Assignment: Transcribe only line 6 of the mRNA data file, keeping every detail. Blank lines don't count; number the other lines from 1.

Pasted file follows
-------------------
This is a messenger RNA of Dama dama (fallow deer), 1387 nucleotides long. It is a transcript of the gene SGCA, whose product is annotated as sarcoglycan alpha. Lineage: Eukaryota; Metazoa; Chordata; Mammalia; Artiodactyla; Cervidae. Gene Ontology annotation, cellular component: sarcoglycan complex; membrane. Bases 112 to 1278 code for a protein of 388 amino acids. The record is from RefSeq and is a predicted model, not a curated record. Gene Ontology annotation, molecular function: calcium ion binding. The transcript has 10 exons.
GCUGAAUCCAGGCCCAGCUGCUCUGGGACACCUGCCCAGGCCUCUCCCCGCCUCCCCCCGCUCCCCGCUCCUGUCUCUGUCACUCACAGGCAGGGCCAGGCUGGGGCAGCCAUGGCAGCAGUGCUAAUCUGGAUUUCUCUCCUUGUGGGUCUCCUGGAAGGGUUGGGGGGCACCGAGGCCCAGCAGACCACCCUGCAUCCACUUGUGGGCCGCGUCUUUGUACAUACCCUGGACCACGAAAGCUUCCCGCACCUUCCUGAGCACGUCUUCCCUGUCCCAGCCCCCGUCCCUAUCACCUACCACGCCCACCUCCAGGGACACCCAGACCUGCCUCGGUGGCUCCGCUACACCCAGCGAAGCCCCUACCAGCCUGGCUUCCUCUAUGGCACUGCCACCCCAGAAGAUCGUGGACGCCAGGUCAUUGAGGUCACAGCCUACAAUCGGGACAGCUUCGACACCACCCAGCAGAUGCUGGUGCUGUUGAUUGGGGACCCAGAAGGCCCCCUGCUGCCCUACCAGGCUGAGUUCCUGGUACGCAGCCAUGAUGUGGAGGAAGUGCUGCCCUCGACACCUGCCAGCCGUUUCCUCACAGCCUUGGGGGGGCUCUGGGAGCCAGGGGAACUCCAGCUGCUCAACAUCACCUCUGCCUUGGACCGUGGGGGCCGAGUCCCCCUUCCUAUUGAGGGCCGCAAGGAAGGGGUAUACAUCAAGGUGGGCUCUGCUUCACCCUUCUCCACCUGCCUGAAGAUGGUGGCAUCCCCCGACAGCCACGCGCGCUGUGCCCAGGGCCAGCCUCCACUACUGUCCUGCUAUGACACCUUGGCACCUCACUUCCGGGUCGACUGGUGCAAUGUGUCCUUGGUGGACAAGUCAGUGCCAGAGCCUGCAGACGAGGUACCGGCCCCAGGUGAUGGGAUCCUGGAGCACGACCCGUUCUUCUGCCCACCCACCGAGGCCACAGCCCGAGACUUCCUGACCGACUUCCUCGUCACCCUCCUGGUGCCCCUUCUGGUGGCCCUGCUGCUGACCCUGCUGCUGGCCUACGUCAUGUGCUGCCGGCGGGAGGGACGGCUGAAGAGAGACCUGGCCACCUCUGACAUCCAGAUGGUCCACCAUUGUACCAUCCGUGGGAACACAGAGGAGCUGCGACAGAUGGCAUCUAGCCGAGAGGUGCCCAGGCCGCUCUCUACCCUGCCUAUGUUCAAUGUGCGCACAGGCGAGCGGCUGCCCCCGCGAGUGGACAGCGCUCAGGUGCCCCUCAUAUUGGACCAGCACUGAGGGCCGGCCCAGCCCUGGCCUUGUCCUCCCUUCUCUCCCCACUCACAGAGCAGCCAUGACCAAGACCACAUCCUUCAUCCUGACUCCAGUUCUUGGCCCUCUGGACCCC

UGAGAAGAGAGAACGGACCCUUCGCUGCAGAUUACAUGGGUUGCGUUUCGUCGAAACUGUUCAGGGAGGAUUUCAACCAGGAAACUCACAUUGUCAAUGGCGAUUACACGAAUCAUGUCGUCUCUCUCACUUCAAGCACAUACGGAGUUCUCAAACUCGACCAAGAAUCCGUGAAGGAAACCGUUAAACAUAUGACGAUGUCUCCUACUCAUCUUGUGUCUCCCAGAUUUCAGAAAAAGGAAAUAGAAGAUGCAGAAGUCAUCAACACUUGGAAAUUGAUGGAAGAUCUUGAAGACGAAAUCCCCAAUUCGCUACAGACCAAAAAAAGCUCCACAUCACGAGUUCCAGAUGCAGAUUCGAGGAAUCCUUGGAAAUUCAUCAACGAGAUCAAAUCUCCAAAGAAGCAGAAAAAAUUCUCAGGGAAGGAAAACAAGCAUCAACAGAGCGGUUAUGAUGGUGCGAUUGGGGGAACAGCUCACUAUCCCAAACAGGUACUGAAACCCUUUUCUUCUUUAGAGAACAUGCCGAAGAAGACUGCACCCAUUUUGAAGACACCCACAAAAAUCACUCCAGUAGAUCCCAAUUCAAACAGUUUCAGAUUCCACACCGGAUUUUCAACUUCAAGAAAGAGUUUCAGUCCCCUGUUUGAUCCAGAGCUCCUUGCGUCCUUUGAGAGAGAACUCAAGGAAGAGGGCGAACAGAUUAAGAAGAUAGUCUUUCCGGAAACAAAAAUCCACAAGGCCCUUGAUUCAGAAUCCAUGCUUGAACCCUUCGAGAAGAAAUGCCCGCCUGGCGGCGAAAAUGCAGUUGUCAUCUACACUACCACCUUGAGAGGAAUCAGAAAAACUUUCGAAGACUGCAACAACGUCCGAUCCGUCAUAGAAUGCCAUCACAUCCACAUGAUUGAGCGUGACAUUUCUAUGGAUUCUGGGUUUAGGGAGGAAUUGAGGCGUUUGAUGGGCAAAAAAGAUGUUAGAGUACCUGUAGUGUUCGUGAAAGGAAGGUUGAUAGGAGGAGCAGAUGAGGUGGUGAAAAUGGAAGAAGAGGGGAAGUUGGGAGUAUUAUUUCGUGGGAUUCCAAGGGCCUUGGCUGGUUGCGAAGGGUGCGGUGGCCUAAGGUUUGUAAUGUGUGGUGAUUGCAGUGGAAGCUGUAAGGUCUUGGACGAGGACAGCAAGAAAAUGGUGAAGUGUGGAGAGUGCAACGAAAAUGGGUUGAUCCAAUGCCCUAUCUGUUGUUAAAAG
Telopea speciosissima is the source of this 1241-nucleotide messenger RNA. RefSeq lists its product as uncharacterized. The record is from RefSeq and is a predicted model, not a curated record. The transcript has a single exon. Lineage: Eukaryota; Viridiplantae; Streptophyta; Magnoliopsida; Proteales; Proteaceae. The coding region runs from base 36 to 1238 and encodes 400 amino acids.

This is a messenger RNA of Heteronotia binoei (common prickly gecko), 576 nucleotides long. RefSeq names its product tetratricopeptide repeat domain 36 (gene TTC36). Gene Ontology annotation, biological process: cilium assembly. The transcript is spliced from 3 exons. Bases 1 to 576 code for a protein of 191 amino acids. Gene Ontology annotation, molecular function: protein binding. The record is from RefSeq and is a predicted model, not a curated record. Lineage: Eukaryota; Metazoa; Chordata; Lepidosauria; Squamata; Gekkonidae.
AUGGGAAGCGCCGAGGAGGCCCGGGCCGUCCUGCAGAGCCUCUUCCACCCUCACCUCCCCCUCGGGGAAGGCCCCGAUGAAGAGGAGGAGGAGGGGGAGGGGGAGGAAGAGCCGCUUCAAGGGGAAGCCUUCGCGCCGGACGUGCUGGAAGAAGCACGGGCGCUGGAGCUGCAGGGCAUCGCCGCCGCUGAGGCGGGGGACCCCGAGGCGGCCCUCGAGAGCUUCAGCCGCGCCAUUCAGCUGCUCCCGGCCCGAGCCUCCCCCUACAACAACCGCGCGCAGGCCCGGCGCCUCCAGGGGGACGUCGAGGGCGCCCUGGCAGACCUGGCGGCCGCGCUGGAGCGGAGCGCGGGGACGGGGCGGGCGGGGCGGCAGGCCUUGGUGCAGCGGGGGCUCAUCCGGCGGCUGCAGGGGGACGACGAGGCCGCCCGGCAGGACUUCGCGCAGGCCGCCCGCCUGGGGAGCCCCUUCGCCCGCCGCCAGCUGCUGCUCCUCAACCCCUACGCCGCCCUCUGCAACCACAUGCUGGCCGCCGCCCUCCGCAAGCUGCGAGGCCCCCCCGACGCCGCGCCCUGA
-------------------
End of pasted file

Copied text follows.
AUGGGAAGCGCCGAGGAGGCCCGGGCCGUCCUGCAGAGCCUCUUCCACCCUCACCUCCCCCUCGGGGAAGGCCCCGAUGAAGAGGAGGAGGAGGGGGAGGGGGAGGAAGAGCCGCUUCAAGGGGAAGCCUUCGCGCCGGACGUGCUGGAAGAAGCACGGGCGCUGGAGCUGCAGGGCAUCGCCGCCGCUGAGGCGGGGGACCCCGAGGCGGCCCUCGAGAGCUUCAGCCGCGCCAUUCAGCUGCUCCCGGCCCGAGCCUCCCCCUACAACAACCGCGCGCAGGCCCGGCGCCUCCAGGGGGACGUCGAGGGCGCCCUGGCAGACCUGGCGGCCGCGCUGGAGCGGAGCGCGGGGACGGGGCGGGCGGGGCGGCAGGCCUUGGUGCAGCGGGGGCUCAUCCGGCGGCUGCAGGGGGACGACGAGGCCGCCCGGCAGGACUUCGCGCAGGCCGCCCGCCUGGGGAGCCCCUUCGCCCGCCGCCAGCUGCUGCUCCUCAACCCCUACGCCGCCCUCUGCAACCACAUGCUGGCCGCCGCCCUCCGCAAGCUGCGAGGCCCCCCCGACGCCGCGCCCUGA